China on Monday achieved an ambitious goal years in the making, announcing that all 832 counties it had classified as “impoverished” years ago are now above the poverty line, according to state-run newspaper People’s Daily.
Prior to the announcement, there were just nine counties remaining on the list, all located in the southwestern Guizhou province, which has the largest poor population of any provincial-level region. Guizhou authorities said Monday that the nine counties had finally “graduated” from the poverty list.
In 2015, Chinese President Xi Jinping pledged to eradicate absolute poverty in the country by the end of 2020. By the central government’s definition, a county is considered not impoverished if its proportion of residents making less than 4,000 yuan ($608) per year is less than 2%.
With still a week to go before December, Monday’s early announcement came as a surprise to many, especially after China’s economy was stymied by COVID-19 earlier this year. Over the past few months, however, many sectors have shown signs of recovery.
In early July, the United Nations had warned that the COVID-19 pandemic could push as many as 71 million people worldwide back into extreme poverty, contributing to the first global rise in poverty in two decades.
During China’s lockdown period from February to April, many people saw their wages cut due to business shutdowns, if they didn’t lose their job entirely. The country’s economy is at its lowest growth rate in decades. The pandemic had many worried that China’s decades of progress toward alleviating poverty, improving education, and expanding health care could be reversed. Directives to mitigate these undesired knock-on effects have come from the highest echelons of government, with President Xi urging lower-level authorities to take necessary measures to prevent a return to poverty.
Despite China’s rapid economic development over the past few decades, a large number of people still live in poverty, mostly in the country’s inland regions, where educational resources are stretched thin and opportunities are fewer compared with China’s more prosperous coastal provinces.
To meet the central government’s ambitious 2020 poverty alleviation target, authorities launched sweeping campaigns to raise local living standards, relocating people from mountaintop hamlets, pairing wealthy eastern regions with inland provinces, sending migrant workers from rural areas to large coastal cities, and doling out cash subsidies to qualifying households. According to an official estimate from January, over 93 million people in China have been lifted out of poverty since 2012.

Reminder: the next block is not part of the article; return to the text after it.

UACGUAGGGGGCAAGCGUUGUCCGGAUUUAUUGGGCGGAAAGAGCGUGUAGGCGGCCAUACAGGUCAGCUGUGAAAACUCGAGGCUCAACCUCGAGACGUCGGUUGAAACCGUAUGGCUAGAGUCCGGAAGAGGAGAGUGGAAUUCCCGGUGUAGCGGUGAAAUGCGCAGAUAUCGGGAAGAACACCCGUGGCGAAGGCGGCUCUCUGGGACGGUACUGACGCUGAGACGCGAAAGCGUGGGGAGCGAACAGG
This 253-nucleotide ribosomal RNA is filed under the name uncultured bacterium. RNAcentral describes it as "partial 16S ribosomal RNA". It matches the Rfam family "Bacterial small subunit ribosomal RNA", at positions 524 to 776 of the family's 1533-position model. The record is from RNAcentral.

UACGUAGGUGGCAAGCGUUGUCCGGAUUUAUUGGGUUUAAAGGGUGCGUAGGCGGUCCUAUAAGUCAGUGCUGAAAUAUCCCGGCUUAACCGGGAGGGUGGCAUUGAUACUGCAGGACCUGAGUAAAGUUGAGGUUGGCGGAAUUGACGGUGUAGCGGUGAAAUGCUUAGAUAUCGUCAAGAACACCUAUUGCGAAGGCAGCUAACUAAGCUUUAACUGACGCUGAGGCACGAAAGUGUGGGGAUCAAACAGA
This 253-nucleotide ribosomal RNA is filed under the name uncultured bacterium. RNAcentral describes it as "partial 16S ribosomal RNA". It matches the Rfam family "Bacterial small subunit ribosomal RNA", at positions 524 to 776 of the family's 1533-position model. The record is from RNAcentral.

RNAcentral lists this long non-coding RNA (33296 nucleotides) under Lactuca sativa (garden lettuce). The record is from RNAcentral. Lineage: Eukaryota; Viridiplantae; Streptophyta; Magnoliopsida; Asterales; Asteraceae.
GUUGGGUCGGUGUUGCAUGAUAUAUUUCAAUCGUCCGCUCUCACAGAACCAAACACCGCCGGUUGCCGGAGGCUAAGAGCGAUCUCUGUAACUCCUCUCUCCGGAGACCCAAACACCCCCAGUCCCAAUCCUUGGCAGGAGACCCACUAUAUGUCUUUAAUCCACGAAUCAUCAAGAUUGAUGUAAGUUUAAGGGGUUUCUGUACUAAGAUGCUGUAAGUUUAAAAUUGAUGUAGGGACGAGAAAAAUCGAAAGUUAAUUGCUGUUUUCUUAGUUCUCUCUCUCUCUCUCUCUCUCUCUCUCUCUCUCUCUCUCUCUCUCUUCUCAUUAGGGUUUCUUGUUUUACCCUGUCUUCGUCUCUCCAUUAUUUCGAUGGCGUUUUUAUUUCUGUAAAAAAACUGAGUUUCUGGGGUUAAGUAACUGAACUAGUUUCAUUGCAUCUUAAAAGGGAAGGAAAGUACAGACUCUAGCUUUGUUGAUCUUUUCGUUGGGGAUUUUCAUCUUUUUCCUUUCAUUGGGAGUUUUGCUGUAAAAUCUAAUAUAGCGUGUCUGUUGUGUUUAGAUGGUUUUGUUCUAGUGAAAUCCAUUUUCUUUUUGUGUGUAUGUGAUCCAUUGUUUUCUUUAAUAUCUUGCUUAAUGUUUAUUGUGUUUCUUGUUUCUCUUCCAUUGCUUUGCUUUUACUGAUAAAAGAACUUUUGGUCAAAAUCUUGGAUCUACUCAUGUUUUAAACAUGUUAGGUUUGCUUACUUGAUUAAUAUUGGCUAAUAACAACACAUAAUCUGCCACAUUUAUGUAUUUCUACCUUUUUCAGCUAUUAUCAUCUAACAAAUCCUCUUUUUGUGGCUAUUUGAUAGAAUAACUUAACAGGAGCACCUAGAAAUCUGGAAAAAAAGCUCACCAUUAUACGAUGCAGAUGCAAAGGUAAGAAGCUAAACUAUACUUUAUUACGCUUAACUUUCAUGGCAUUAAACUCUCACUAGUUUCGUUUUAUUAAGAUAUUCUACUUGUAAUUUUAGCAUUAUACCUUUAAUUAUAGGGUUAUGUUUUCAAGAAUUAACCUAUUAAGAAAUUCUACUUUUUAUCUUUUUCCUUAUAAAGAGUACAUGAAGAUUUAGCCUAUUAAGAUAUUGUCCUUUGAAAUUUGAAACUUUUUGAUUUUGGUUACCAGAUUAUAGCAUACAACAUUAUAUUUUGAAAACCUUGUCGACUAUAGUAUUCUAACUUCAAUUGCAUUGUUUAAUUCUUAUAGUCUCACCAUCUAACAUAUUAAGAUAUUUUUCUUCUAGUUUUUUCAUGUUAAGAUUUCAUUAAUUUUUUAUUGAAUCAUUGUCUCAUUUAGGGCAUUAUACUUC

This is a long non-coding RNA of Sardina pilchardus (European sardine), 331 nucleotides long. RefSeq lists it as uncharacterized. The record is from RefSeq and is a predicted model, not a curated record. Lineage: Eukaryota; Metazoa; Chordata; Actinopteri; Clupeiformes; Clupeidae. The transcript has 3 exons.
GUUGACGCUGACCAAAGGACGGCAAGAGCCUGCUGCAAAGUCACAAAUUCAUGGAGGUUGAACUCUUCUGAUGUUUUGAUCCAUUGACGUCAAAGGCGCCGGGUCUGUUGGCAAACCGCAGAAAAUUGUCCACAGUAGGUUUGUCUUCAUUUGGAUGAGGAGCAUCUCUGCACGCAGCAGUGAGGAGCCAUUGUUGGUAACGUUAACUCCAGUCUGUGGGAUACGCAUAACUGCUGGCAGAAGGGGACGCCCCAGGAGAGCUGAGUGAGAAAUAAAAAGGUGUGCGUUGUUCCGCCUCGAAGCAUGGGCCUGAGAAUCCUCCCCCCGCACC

Now that China has met its target — at least according to the government’s own prescribed standards — the next phase will be to revive the countryside and ensure that the hard-won gains from the past few decades are sustainable, said Xing Chengju, a sociologist studying poverty alleviation at Northwest A&F University in the inland Shaanxi province.
“Technically, we have successfully ‘graduated’ all impoverished counties, but how sustainable is the result? Can it withstand the test (of time) and market risks? Can small-time farmers withstand the unpredictability of disease or accidents? This remains to be seen,” Xing told Sixth Tone.
After 2020, anti-poverty campaigns and targeted financial assistance will be reduced from “warlike” to “normal” intensity, according to the State Council, China’s Cabinet. The central government has vowed that all funding currently being allocated to local development initiatives and direct transfers to families will continue. For the next five years, China will focus on “supporting a group of key counties for rural revitalization,” referring to another grand scheme for converting destitute rural areas into modern, self-sustaining villages by developing tourism, eco-farming, and artistic revivals, among other commercial possibilities.
Eradicating absolute poverty doesn’t mean an end to the government’s poverty alleviation work, because there is still disparity, said Xing.
“Income inequality is at the core of relative poverty,” he said. “We can never eradicate relative poverty. But I think the ultimate goal of our country’s work is to continue to narrow the welfare gap between poor and non-poor, and to achieve a relative balance.”
Editor: David Paulk.
(Header image: A woman walks by farmland in Lüeyang County, Shaanxi province, Sept. 26, 2020. Wu Huiyuan/Sixth Tone)